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5 Online Marketing Essentials for Small Business Marketers

Posted on Mar 26th, 2013
Written by Lee Odden
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    As new businesses are started every day across the U.S., many of those entrepreneurs are grappling with the realities of how to market their ideas, products and services.

    Limited resources and an overabundance of options requires filtering and prioritization when it comes to where marketing investments are made, whether it’s content, blogging, social media, or SEO.

    Common questions include: What to measure? What if it fails? What should we outsource?

    Here are a few answers to those questions that I was asked as prep for an interview:

    What advice do you have for business owners or entrepreneurs who are staying out of blogging and/or social because they don’t feel they can produce enough content on a regular basis to keep things interesting?

    I often reply to that by saying, “If a company doesn’t have anything interesting to say, they have bigger problems to solve than where their next blog post is coming from.” That’s a bit of a jibe, but it does reflect the need for a change in perspective. Many companies see themselves as a vessel, with a finite number of ideas and pieces of information. In other words, their view of content is fairly static and self-centered. Once they’ve said all there is to say about their own products and services, the well goes dry.

    This is in contrast to what many successful business owners and entrepreneurs are doing with blogging and content creation. They create a blogging plan with topics and ideas to write about that customers would actually be interested in. They look at blogging as a byproduct of the ongoing listening and engagement that occurs between brand and customers, between brand and prospects and the community at large.

    A change in perspective that allows the brand to see things from their customer’s perspective with empathy can reveal many opportunities for making observations, answering questions and interacting with the community through blog content. Just checking for commonly asked questions that customer service and sales people hear can be a rich source of blogging ideas.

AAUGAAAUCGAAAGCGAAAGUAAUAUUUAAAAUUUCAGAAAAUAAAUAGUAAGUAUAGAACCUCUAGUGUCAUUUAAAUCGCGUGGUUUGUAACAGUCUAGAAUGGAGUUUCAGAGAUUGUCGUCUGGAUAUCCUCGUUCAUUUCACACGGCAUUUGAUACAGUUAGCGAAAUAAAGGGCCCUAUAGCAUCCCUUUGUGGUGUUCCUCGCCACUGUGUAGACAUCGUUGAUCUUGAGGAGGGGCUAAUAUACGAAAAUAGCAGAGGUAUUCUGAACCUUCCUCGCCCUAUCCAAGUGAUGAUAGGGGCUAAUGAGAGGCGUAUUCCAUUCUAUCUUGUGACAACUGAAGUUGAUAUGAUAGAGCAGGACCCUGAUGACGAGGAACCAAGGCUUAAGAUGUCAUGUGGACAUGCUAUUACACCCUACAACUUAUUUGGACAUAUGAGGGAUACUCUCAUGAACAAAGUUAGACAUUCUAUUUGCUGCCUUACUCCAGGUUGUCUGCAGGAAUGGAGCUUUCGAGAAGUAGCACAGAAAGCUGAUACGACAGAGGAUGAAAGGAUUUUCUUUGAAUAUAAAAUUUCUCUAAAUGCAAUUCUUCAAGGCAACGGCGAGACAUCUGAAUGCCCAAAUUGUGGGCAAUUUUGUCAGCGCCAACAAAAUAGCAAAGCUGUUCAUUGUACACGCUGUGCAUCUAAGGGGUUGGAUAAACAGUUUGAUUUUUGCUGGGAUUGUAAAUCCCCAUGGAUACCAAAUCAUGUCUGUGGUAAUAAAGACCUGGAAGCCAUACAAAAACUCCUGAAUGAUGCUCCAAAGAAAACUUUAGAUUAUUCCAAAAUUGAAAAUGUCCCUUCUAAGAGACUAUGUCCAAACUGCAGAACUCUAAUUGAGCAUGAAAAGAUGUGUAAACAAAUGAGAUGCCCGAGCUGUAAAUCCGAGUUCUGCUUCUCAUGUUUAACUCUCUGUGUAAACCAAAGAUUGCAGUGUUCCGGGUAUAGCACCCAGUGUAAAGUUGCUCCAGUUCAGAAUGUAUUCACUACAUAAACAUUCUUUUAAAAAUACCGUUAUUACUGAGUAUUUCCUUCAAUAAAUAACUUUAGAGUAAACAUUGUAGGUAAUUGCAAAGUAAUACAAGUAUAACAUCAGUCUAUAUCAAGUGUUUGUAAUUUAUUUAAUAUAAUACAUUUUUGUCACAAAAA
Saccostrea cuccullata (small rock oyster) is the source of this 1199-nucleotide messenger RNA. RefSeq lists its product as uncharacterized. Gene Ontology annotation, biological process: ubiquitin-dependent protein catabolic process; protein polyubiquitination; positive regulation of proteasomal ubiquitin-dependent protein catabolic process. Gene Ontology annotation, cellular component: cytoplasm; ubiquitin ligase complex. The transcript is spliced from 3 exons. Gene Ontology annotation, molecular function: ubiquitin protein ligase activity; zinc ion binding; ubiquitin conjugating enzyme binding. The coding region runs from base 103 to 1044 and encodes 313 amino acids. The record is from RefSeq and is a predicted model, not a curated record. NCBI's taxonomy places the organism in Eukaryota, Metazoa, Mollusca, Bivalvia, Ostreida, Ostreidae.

In addition to a customer perspective and leveraging ideas that come from prospect and customer interactions, social media and web analytics data can provide ongoing information to inspire blog content. Social media monitoring tools can suggest topics related to areas of interest around products and services being tracked. Web analytics can reveal questions people most often use on Google that send them to the company website. Blog posts can be planned to answer those questions.

    Ongoing engagement will mean a never ending source of things to blog about.

    The key to persistent blogging in a productive way, and I’ve been at it myself as a business owner, is to have a plan, be adaptable and use blogging as a platform to share useful information that provides value to readers but also reinforces sales, referrals and social shares.

    When it comes to optimizing websites that have been neglected in terms of adding content and ongoing optimization, where should SMBs even begin? 

    A site evaluation through audits can help determine how much of an asset the website is currently and can be in the future. A SEO audit will cover keywords, technical/code, SEO copywriting, the linking footprint and social presence. Through the audit a sort of GAP analysis can be conducted to identify where the site needs attention for most impact.

    This is an area where we’ve developed a lot of expertise at TopRank Online Marketing and it speeds up the time to see results when there are good processes in place for auditing and benchmarking.

    As an example, a site that has thousands of pages with a simple SEO error of duplicate title tags might be updated using basic programming to extract content off the page (like product names) to dynamically populate title tags. If the site has many, many articles that are frequently found through search and have a good number of social referrals, then embedding social share functionality can increase social distribution of those articles just by making it easy/

    In most cases, the low hanging fruit identification comes from having an evaluation of the website and expertise to determine where to apply resources in order to reach business goals.